A holiday gift to investors from Chairwoman Yellen

On the seven-year anniversary of interest rates near zero percent, the U.S. Federal Reserve finally raised interest rates last week. A scan of financial headlines could easily lead investors to the conclusion that decisive portfolio action is necessary to remedy the quarter of a percent change in interest rates. However, for investors growing their wealth for retirement, a myopic focus on finding the perfect “rate-proof” bond portfolio or identifying the equity sector that will benefit most, misses the much broader and more important question: how does an interest rate change affect an investor’s overall ability to retire? To answer this question, it might help to
  1. identify the main components that balance the retirement equation
  2. examine how the components of the equation are affected by a higher interest rate.
To balance the retirement equation, an investor “simply” needs to answer the question, “Is what I have now enough for what I need in the future?”  Said in slightly more technical terms, “Are the retirement assets accumulated to date sufficient to cover the cost of future retirement liabilities?” If the answer is yes, that individual is likely ready for retirement. Interest rates and the retirement readiness equation There are two aspects of the retirement readiness equation that are impacted directly by a change in interest rates:
  • Assets: The value of what you have now
  • Liabilities: The cost of future retirement spending (i.e. what you need)
The interesting question, once you pay attention to both sides of the retirement equation, is: which half of the investor’s balance sheet (assets or liabilities) decreases more in response to an interest rate rise?  To answer that, we need to know how an investor’s assets and liabilities are affected when interest rates go up. Most of the discussion in the popular press revolves around the assets side of the equation. We believe you need to focus on both parts. On the asset side, when interest rates rise:
  • bond prices fall, so a portion of an investor’s asset portfolio is likely to experience a decline;
  • historically equity prices have risen, so a portion of an investor’s asset portfolio is likely to increase in value;
On the liability side, when interest rates rise:
  • the cost of funding retirement liabilities may come down on all (not just a portion of) retirement liabilities
If the positive effect of a rate rise on the investor’s total liabilities outweighs the negative effect on their bond assets, higher interest rates may end up being a windfall for the investor. The change in monetary policy may improve the investor’s financial ability to retire without the investor having done anything differently. We’ve written before on this blog about how equity assets have historically performed positively following a rate increase and how higher rates will affect bond assets as well. Let’s go into more detail on how higher interest rates have the potential to reduce the future cost of retirement spending.

The cost of funding retirement liabilities can come down

Higher interest rates can lower the cost of future retirement liabilities – specifically they increase the discount rate (interest rate) used to calculate the liabilities. Restated, higher interest rates lead to a higher discount rate, which means the cost of liabilities goes down. This effect can be observed by looking back at historical annuity prices. The chart below shows an example of how much lifetime monthly income a healthy 65 year-old male was able to buy with a lump sum premium of $100,000 in an immediate annuity at different points in history. The higher the interest rate, the higher the monthly payment has historically been. A higher monthly annuity payout is comparable to a lower cost for future retirement spending. Meaning, if interest rates are higher, then $100,000 today can buy more future income, all else equal. Monthly income chart The chart above shows: Monthly Annuity Income per $100,000 premium, Male Age 65, Life & 10 Yrs. Annuity and Yield on Moody's AAA Corp. Bonds. Source: Immediate Annuities - Comparative Annuity Reports. This is an example. Results will vary by annuity product, state of residence and financial health of the insurance company. Let’s try another example to illustrate this same concept of how higher discount rates can lower the cost of future spending. In this example we are going to compare how many holiday wreaths an individual with $100 today could buy next year, assuming a current discount rate of 1% and 5%. Christmas Wreaths If a discount rate of 1.0% is used, an individual could afford two holiday wreaths next year (mathematically, the individual could actually afford 2.9 holidays wreaths. But of course wreaths cannot be purchased in part, so the investor can only afford two full wreaths). If the discount rate was 5.0%, then the same individual could afford three holiday wreaths for the same $100. The only thing that has changed is the discount rate, which is determined by the level of interest rates. Going back to where we started, this highlights how higher interest rates (and therefore a higher discount rate) empower the same level of assets today to pay for a larger portion of retirement liabilities tomorrow.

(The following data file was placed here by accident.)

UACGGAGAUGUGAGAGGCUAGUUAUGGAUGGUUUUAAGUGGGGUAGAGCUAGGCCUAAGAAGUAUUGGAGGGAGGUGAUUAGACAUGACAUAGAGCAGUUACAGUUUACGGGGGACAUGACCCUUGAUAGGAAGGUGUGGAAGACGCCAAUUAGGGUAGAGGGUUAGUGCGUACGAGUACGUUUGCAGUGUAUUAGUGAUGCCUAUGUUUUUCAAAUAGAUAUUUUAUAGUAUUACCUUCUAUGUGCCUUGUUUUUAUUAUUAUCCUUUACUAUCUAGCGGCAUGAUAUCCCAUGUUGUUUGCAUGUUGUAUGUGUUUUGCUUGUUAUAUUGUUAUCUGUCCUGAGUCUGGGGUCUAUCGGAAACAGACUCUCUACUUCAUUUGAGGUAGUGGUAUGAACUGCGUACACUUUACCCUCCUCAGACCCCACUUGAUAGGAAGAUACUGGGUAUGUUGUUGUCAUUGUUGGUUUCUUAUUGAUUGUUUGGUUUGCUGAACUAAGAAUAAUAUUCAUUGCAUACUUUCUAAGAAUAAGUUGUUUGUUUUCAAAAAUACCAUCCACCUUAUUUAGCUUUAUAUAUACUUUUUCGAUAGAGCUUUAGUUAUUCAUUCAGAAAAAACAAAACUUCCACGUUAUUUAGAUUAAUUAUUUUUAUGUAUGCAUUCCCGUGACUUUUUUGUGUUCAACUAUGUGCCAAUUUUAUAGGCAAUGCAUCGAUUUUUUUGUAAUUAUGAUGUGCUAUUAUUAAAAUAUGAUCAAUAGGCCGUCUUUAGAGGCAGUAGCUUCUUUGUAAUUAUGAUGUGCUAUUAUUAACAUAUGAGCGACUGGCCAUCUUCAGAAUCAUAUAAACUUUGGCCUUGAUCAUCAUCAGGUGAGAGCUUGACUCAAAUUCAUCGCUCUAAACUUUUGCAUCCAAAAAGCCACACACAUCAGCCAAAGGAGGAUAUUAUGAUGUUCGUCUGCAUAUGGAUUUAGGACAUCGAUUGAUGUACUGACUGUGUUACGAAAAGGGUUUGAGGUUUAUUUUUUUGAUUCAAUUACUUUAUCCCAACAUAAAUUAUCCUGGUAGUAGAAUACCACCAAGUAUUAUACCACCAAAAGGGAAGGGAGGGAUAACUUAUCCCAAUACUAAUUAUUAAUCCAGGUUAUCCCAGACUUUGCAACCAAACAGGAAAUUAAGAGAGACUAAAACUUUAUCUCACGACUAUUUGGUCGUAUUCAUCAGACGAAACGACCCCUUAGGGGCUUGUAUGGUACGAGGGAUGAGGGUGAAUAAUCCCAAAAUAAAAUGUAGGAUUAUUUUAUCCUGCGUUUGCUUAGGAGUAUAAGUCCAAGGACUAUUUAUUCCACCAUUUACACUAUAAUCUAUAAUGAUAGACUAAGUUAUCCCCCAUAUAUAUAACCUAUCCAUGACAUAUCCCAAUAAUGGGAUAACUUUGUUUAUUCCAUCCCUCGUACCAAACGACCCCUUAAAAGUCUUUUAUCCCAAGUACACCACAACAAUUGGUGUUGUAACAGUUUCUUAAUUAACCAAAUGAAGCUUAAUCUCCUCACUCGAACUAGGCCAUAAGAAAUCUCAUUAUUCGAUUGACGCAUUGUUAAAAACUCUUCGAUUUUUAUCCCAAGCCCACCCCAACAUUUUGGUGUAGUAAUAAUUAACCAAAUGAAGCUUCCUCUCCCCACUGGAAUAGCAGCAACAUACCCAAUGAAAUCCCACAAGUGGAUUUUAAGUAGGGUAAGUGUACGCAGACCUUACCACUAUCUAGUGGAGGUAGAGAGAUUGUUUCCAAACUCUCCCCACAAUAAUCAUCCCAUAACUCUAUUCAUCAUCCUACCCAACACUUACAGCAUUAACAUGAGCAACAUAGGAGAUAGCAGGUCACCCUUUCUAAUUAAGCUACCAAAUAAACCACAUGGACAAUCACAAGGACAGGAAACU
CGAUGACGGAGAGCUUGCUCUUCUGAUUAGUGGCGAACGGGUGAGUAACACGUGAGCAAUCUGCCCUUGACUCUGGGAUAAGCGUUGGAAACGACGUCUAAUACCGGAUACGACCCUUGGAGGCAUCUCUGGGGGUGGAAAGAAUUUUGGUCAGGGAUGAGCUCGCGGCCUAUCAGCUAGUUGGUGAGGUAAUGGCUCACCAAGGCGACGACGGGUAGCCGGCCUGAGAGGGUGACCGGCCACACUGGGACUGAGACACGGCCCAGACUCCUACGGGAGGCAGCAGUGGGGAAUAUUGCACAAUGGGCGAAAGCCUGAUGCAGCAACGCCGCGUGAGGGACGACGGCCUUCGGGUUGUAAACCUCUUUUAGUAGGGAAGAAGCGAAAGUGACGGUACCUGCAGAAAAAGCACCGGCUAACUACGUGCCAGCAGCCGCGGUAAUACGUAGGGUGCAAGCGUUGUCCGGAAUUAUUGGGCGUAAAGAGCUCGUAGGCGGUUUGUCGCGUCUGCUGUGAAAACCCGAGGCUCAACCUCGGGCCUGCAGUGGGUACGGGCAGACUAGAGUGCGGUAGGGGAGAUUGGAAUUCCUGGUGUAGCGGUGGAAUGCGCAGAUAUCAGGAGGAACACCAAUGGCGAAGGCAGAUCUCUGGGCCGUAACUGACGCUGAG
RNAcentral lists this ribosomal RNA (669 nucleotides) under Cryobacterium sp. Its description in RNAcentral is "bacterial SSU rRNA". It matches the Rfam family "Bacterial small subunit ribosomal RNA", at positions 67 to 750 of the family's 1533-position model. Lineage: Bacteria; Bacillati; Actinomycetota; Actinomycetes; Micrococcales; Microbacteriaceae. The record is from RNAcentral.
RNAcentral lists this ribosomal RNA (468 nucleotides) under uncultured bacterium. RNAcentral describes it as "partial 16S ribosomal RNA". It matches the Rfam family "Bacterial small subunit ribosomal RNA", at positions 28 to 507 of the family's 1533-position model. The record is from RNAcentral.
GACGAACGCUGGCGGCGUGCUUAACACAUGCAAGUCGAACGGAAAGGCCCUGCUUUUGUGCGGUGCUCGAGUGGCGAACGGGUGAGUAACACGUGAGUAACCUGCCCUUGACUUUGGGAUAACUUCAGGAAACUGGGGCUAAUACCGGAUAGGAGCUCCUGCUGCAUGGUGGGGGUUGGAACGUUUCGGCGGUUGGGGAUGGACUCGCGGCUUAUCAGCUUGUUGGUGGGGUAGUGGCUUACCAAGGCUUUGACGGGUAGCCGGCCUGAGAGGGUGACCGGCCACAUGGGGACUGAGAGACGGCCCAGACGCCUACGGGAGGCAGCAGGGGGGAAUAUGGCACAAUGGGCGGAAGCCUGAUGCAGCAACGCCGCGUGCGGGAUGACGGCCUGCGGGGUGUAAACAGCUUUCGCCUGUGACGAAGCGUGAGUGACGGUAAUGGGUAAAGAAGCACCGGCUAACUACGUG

The bottom line

It is true that higher interest rates will affect investors’ assets – both bonds and stocks. But, higher interest rates will also affect investors’ liabilities. This positive effect on liabilities may overwhelm the negative effect on assets, potentially making the Fed’s decision to raise rates an overall positive one for investors looking to retire. Quite the gift from Chairwoman Yellen to individual investors. Just in time for the holidays.